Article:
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Modelling the council tax freeze in Scotland – a guide to the facts and figures

Since the council tax freeze was announced, there has been a lot of discussion about its merits (or otherwise). Along with others, at the FAI we have tried to put some numbers in the public domain to illustrate the evidence of impact of the freeze along with the postponement of the consulted change in multipliers.

It is unclear what evidence factored into decision making before the freeze was announced. Given it was an announcement at Conference, civil servants should not have been involved directly.  However, they will be involved now in the process of negotiation with COSLA over how councils will be compensated. In the run-up to the Scottish Budget, we can hope that civil servants are also providing robust advice to the FM and DFM to confirm this is indeed where they want to focus scarce Scottish Government resources.

Evidence on the impact on changes in council tax rates or multipliers is drawn from modelled estimates. Models require assumptions and it is important to note that different estimates can result from (perfectly legitimate) changes in assumptions. Different figures may be produced by different organisations, based on their choice of assumptions. This may be disconcerting for those who want a straightforward answer, but it is unavoidable when it comes to council tax modelling for reasons we will explain.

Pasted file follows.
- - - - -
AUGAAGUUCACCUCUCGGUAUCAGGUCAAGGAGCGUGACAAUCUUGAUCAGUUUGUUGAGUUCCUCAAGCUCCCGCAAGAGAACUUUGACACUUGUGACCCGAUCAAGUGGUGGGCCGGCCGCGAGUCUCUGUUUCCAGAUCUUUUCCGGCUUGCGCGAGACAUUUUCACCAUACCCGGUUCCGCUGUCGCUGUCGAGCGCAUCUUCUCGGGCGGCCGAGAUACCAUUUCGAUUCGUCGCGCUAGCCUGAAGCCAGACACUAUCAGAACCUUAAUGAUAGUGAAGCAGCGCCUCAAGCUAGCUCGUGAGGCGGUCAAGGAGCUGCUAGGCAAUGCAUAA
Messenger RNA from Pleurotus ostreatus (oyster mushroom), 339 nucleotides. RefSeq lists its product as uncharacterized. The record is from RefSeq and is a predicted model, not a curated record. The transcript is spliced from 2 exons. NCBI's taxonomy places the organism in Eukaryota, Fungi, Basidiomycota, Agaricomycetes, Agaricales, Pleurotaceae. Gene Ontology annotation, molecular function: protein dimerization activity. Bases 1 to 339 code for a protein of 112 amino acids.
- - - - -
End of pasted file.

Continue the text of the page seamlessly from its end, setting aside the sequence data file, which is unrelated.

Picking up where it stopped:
This note aims to offer additional background on recent estimates, shedding light on their production process, the reasons behind variations, and, crucially, the key insights that remain consistent, regardless of the method of calculation.

Authors

João is Deputy Director and Senior Knowledge Exchange Fellow at the Fraser of Allander Institute. Previously, he was a Senior Fiscal Analyst at the Office for Budget Responsibility, where he led on analysis of long-term sustainability of the UK's public finances and on the effect of economic developments and fiscal policy on the UK's medium-term outlook.

Emma Congreve is a Senior Knowledge Exchange Fellow and Deputy Director at the Fraser of Allander Institute. Emma's work at the Institute is focussed on policy analysis, covering a wide range of areas of social and economic policy.  Emma is an experienced economist and has previously held roles as a senior economist at the Joseph Rowntree Foundation and as an economic adviser within the Scottish Government.